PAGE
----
At Apple’s product launch in Brooklyn, Tim Cook introduced the new iPad Pro by calling the iPad the most popular computer in the world–based on the fact that yearly unit sales are larger than the total sales of the rest of the industry’s Windows laptops. And the new iPad Pros indeed look more like powerful computers than ever, despite their newly svelte exteriors.
The basic facts–some but not all of which leaked in recent weeks:
- The new model comes in two sizes: 11″ (replacing the previous 10.5″ version) and 12.9″. Both are thinner, with shrunken bezels, for 25% less volume overall
- The Home button/Touch ID sensor is gone, replaced by a Face ID sensor (which works in both portrait and landscape modes) and iPhone X-style gestures
- Both versions run the A12X Bionic, a version of the same super-powerful chip in the new iPhones, and offer the Neural Engine for on-device machine learning and graphics performance that Apple says is up to a thousand times (!) faster than the original iPad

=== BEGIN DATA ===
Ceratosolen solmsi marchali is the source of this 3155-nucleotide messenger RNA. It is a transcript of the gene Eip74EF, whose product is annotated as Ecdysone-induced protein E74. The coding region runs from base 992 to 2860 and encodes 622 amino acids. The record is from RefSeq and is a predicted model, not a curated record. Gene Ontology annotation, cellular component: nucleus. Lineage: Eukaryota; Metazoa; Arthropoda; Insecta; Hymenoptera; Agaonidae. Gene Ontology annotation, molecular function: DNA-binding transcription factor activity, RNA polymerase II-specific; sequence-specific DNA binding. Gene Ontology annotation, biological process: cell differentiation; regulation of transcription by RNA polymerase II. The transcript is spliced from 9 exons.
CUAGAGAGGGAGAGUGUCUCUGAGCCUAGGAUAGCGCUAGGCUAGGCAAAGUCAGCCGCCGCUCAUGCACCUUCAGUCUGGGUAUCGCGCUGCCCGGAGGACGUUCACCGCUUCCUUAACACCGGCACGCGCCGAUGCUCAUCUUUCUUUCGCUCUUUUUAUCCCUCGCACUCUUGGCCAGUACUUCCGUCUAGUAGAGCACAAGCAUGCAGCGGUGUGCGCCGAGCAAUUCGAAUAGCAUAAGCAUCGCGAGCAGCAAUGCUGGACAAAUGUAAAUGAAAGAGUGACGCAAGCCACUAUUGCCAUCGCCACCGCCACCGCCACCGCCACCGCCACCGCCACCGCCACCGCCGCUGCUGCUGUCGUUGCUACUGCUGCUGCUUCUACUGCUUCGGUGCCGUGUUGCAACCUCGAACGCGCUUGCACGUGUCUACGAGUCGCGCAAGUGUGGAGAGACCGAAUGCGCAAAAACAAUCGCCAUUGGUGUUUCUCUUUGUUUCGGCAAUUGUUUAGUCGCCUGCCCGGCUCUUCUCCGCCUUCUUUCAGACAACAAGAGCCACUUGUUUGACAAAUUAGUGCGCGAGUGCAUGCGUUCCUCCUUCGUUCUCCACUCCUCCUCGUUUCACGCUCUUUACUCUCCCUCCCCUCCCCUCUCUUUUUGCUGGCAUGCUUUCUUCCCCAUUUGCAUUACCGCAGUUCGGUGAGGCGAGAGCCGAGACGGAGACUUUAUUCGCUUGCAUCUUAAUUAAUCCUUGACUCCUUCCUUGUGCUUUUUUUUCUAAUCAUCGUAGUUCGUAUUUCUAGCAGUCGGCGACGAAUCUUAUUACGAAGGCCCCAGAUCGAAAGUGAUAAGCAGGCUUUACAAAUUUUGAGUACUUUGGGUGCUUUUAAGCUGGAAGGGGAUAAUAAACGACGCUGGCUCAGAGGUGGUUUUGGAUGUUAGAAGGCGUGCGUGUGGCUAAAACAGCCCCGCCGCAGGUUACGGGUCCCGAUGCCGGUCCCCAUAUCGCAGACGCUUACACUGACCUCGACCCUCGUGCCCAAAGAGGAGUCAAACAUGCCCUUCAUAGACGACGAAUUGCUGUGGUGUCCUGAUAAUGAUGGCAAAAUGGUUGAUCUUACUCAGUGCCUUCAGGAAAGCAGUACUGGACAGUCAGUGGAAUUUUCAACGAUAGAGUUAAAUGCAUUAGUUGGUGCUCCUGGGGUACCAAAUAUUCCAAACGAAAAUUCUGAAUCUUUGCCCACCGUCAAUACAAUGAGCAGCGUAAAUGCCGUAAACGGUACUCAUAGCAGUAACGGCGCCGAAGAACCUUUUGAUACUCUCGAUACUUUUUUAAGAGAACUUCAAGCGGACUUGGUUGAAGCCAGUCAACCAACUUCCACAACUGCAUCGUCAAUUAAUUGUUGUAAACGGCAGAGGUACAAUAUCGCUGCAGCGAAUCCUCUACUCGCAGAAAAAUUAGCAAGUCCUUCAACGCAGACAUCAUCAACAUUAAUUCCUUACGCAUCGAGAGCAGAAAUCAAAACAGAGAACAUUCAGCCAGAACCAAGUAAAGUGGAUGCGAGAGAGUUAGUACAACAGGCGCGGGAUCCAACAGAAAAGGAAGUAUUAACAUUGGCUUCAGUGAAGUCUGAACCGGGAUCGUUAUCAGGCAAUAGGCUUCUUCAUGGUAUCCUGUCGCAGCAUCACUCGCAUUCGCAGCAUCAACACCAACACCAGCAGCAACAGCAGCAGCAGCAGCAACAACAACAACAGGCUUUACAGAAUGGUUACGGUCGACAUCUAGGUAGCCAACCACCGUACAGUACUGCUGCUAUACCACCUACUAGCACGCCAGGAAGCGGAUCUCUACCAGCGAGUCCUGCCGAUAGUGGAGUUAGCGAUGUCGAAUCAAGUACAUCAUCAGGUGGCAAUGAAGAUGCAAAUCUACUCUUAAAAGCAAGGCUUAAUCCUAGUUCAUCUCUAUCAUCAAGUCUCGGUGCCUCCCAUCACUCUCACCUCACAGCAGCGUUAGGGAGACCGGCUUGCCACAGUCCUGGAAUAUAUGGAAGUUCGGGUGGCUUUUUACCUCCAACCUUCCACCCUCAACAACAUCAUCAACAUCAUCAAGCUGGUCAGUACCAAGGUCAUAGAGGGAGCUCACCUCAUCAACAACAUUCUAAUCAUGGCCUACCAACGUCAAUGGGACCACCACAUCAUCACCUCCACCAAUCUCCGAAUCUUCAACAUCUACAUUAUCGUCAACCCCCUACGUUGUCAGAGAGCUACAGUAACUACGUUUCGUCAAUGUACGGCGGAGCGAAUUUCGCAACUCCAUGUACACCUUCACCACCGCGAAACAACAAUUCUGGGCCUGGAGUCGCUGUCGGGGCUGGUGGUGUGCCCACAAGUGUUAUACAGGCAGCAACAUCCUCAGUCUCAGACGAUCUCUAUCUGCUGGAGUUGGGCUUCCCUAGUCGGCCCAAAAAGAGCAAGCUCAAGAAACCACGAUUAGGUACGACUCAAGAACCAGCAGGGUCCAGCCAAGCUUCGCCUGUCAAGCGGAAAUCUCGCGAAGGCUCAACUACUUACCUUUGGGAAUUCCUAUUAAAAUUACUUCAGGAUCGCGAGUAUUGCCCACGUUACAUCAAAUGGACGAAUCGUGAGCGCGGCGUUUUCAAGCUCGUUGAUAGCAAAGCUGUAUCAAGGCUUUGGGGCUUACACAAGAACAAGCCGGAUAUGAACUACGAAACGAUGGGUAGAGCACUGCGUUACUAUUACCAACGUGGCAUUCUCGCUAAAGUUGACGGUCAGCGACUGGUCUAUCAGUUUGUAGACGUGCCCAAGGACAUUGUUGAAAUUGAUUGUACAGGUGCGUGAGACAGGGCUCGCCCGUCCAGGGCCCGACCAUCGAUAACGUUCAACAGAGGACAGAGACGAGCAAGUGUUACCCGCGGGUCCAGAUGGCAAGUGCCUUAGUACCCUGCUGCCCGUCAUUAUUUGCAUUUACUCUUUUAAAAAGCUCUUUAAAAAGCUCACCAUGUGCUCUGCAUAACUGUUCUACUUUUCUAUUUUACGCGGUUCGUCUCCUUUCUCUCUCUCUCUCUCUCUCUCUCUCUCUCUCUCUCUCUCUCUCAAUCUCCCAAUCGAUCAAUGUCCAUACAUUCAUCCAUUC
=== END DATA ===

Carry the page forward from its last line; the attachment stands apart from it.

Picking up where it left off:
- They ditch the Lightning port for USB-C, which can drive big external monitors and even charge an iPhone
- There’s a new Pencil stylus that clings magnetically to the tablet’s edge and charges while it’s doing so, and lets you tap the side for button-type functionality
- The optional keyboard is now a keyboard case with protection for the tablet’s backside, and lets you choose two different angles; as before, it draws power from a connector on the iPad Pro
- Storage options now max out at 1 TB rather than the previous 512 GB
- The 11″ model starts at $799, the 12.9 incher starts at $999, and both are available for pre-order today and will be available on November 7
To show off what the new models are capable of, Apple provided a peek at an upcoming full-blown iOS version of AutoCAD, plus demos of Adobe’s ambitious new Photoshop and a console-like rendition of NBA 2k.
More thoughts later, but for those of us who have used iPads as computers for years, these look like exciting upgrades. And it will be fascinating to see if they lead to a meaningfully wider swath of folks seeing Apple’s tablet as a no-holds-barred device for serious creativity and productivity. We’ve sure come a long way from the original iPad introduction in 2010, when Steve Jobs emphasized the more passive content-consumption angle by kicking back in a comfy onstage armchair.